It Can Happen: A Los Angeles Pothole Gets Filled

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Next to other drivers, the biggest scourge for Angeleno motorists might be the city’s countless potholes. And the City has a 70-year backlog of requests to have them remedied. But Mayor Garcetti and some councilmembers have announced a “blitz” on potholes. But are they actually being filled? DnA bore witness to the filling of one pothole in Atwater Village.


Next to other drivers, the biggest scourge for Angeleno motorists might be the city’s countless potholes. And it is no surprise they feel like they are a permanent annoyance. The City has a 70-year backlog of requests

So last July L.A.’s mayor Eric Garcetti announced ‘Operation Neighborhood Blitz,’ a program aimed at filling the many treacherous holes that are a fixture of L.A. streets.

This has prompted  City council members to follow suit and — knowing that pothole filling pleases voters — make sure the public knows about it.

So when DnA got an alert that a pothole was to be filled in Atwater Village, Caroline Chamberlain went to watch the process, along with District 13 Councilman Mitch O’Farrell (in Mayor Garcetti’s former seat) and an entourage: Mark Simon from the Bureau of Street Services; Field Deputy Mary Rodriguez; Street Services employees Bets and Al who did the work of plugging the hole; and Ester Fishman, an Atwater Village businesswoman who had initially contacted the city about the offending pothole.

Located on an alleyway off of Revere Avenue and Glendale Boulevard in Atwater Village, the pothole (potholes, really) has proven to be a nuisance to local businesses. This alleyway was never intended for heavy use, but because of the lack of a left-turn option at Seneca Avenue (one street over), it leaves motorists little choice but to frequently utilize the alley.

In general though, pothole repairs are prioritized for heavily used boulevards.

And in case you are assuming that wealthier neighborhoods in L.A. receive swifter pothole repairs (like L.A.’s neighboring cities Santa Monica and Beverly Hills), it turns out that some of L.A.‘s most affluent neighborhoods, such as Hancock Park, Bel-Air, and Los Feliz have some of the city’s worst streets while some of L.A.’s least affluent cities enjoy some of the best pavement.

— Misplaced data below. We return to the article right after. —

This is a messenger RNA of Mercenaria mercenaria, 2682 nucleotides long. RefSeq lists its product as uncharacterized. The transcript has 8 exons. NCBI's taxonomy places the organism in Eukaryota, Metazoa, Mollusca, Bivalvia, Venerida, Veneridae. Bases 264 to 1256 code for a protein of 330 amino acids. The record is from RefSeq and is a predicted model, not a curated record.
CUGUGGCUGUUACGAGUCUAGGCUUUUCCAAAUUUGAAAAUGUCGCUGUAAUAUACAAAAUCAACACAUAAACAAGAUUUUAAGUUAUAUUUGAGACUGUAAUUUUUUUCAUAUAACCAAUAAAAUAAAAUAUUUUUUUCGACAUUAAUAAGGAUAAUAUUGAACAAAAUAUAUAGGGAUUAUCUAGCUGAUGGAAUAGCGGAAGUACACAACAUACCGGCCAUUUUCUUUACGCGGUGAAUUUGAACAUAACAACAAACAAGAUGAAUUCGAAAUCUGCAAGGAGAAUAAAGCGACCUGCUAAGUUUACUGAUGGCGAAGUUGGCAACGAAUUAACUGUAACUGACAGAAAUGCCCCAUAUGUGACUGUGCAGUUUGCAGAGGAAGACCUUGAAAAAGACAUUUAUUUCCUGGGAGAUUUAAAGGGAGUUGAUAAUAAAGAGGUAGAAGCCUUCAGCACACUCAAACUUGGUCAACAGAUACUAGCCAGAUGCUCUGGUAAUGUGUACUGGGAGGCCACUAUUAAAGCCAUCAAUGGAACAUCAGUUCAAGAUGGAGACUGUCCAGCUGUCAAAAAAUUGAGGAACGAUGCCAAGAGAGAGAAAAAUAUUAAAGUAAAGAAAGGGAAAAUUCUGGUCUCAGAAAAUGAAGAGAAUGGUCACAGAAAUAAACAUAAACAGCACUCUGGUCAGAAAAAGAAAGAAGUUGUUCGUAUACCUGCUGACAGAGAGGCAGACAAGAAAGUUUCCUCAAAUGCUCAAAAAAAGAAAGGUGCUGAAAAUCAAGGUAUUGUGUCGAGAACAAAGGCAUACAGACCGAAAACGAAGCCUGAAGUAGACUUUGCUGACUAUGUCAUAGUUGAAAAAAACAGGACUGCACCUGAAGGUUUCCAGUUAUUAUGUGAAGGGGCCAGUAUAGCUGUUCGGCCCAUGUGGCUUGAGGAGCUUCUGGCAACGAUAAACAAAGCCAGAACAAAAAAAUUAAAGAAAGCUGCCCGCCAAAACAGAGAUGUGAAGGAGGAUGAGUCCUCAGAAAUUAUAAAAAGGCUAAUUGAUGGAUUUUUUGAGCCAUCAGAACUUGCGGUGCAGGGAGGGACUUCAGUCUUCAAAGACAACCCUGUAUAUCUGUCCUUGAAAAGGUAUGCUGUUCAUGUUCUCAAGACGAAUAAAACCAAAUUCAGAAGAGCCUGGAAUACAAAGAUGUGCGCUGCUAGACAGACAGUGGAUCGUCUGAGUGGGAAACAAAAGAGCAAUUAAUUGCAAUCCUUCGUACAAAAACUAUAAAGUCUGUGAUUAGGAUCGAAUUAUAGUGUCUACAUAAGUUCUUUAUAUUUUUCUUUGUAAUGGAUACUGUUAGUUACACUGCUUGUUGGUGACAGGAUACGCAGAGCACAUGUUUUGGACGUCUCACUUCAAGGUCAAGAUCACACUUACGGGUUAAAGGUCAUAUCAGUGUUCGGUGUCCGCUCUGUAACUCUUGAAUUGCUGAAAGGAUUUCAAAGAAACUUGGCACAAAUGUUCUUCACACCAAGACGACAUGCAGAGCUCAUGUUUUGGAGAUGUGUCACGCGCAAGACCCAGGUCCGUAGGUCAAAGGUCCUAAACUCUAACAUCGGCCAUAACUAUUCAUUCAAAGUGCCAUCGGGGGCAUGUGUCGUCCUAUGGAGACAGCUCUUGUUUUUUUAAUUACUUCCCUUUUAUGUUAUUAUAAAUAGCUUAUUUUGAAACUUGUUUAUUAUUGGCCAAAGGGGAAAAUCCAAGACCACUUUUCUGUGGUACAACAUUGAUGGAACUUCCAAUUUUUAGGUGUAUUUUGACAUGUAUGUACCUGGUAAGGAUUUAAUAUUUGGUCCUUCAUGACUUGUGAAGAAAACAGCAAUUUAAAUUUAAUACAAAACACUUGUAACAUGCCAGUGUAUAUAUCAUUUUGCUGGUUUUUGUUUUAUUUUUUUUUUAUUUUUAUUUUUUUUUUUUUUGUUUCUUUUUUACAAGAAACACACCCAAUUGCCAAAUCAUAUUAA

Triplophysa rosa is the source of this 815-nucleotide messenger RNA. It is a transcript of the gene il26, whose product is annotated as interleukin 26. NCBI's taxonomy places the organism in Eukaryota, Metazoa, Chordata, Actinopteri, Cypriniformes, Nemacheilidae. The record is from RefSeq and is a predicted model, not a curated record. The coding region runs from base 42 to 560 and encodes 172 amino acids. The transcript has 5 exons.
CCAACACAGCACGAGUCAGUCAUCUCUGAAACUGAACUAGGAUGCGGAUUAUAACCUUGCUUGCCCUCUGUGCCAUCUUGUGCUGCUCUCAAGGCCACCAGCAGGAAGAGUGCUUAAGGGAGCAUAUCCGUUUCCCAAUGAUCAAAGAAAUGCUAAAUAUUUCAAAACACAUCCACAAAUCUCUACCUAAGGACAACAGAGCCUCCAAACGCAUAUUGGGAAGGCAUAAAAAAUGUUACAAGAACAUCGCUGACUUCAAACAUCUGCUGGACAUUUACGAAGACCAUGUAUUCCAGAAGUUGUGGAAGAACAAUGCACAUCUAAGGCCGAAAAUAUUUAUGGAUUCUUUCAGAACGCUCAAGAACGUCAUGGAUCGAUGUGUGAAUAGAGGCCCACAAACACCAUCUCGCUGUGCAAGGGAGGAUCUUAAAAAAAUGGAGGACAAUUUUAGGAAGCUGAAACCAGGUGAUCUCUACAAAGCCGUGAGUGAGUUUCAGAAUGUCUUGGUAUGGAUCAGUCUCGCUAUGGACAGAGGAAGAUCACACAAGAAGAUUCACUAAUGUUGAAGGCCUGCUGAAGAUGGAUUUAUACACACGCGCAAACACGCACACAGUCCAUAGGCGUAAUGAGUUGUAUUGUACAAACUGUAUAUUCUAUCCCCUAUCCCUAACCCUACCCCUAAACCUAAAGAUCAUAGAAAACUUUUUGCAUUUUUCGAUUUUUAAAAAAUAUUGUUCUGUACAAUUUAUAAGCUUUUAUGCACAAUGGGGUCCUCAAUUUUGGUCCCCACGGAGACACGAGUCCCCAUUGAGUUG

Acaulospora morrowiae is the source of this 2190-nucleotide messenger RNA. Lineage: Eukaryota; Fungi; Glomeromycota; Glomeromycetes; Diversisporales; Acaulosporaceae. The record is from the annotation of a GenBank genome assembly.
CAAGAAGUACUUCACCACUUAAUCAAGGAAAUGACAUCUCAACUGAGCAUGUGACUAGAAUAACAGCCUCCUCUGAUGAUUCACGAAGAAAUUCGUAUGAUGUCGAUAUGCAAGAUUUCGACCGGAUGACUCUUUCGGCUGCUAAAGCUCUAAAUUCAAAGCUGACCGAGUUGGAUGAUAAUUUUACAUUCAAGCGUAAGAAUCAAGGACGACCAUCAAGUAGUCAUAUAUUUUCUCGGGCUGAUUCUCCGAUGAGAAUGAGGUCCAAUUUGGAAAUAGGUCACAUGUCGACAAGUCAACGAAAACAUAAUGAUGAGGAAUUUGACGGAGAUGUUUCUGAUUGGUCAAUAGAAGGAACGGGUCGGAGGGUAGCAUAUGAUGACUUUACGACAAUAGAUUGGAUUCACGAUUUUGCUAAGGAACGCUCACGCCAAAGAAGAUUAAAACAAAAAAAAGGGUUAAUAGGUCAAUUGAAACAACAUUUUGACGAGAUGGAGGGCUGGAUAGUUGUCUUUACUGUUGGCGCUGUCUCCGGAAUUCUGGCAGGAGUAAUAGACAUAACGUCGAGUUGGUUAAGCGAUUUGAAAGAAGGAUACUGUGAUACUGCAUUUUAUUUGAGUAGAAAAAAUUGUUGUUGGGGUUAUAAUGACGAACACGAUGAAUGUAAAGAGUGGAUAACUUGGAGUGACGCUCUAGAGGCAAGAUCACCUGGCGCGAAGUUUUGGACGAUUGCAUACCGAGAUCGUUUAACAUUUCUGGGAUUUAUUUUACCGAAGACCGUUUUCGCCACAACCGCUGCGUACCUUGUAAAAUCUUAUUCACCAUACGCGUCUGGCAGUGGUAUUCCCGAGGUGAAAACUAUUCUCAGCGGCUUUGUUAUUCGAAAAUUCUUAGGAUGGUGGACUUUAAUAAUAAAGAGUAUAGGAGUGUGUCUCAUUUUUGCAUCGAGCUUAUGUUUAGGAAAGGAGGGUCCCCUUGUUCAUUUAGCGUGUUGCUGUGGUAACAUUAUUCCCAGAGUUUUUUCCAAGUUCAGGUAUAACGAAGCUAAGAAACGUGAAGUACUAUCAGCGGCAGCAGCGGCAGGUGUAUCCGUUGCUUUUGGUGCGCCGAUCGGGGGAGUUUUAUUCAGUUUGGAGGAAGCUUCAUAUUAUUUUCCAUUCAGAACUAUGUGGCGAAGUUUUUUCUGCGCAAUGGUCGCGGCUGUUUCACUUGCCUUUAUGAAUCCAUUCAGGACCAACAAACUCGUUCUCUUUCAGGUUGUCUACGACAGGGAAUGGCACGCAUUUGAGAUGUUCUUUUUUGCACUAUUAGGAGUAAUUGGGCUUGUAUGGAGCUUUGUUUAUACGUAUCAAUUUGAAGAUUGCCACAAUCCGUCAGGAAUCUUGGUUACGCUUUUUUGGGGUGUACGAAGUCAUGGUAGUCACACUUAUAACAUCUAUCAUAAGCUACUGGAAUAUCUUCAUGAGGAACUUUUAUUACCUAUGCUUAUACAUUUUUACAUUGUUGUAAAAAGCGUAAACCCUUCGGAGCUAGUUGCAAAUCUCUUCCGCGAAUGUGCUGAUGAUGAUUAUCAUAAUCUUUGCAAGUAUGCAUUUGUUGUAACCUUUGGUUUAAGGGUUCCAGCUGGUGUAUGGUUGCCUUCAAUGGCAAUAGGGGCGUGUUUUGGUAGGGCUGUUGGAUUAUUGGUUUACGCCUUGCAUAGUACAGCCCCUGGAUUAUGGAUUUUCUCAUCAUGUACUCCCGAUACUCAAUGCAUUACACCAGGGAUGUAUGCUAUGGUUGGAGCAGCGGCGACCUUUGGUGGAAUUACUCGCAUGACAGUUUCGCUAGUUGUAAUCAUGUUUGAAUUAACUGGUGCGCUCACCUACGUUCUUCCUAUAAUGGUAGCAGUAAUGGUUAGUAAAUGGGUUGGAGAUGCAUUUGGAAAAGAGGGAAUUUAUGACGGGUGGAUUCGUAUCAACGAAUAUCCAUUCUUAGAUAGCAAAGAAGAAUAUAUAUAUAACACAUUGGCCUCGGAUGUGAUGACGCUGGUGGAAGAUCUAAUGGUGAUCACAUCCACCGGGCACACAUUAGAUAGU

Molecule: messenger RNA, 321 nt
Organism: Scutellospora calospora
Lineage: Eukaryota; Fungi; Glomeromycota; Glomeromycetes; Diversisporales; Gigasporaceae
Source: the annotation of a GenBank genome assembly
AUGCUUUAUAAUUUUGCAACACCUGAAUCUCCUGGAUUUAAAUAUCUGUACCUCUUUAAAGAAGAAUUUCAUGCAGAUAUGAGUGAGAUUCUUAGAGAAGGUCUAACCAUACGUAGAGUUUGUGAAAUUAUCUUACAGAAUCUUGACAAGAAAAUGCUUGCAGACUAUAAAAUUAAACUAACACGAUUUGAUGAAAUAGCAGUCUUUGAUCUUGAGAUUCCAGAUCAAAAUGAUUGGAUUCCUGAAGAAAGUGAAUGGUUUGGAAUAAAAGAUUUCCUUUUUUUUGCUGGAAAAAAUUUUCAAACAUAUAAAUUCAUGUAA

Back to Atwater Village. The pothole repair truck arrived on schedule and the filling of a pothole began. Before the process started though, the dapper councilman dressed for the part, laughed that “fluorescent yellow is the new black,” as he put on his luminous safety vest and helmet (pictured above).

Ever wondered how potholes get filled?

The process starts off with the area being swept off for any unnecessary debris, then a black tar-like substance is painted over the cracked surface.

Next the truck dumps out a pile of asphalt over the potholes.


It’s then smoothed out with a rake-like  tool.

Then comes the whacker. Appropriately named, this lawn-mower shaped device smoothes and compacts fresh asphalt and temporarily shocks the ear drums with its loud vibrations. Bets of Street Services (above, right) says the machine surprisingly provides a nice arm work out too. (Could that be L.A.’s new workout fad?)

whackerOnce the surface was smoothed over, the whole process was repeated one more time.

I asked Al and Bets if I could interview them about how they feel about filling potholes in Los Angeles, but was intercepted by a Bureau of Street Services employee who informed me they could not provide any statistics about the number of potholes they fill, how often the truck comes out etc. But they were permitted to tell me they like their jobs.

How do you get a pothole fixed? 

It’s a challenge, in part because of a lack of funds. Street Services officials estimate $263 million annually is needed each year over the next decade to fix L.A.’s ailing streets. However, according to a 2012 report in the Los Angeles Times, the Bureau of Street Services receives only $100 million each year for street repairs.

But if you want a pothole to be repaired, the best thing you can do is to report it.

You can report it by calling 1-(800)-996-CITY, using the myLA311 app,  or by filling out a Service Request Form online.

Another reason it’s important to report potholes, is that if your car is damaged by a pothole the city is aware of, you may be eligible to be reimbursed for the cost of repairs.

According to the Mayor’s office (from the graphic below), pothole repairs have increased by 17.3% from 2012 to 2013.

So report your local potholes, wait patiently, and maybe you will get a visit from Bets, Al, the whacker, and your local councilmember.

annual pothole repairs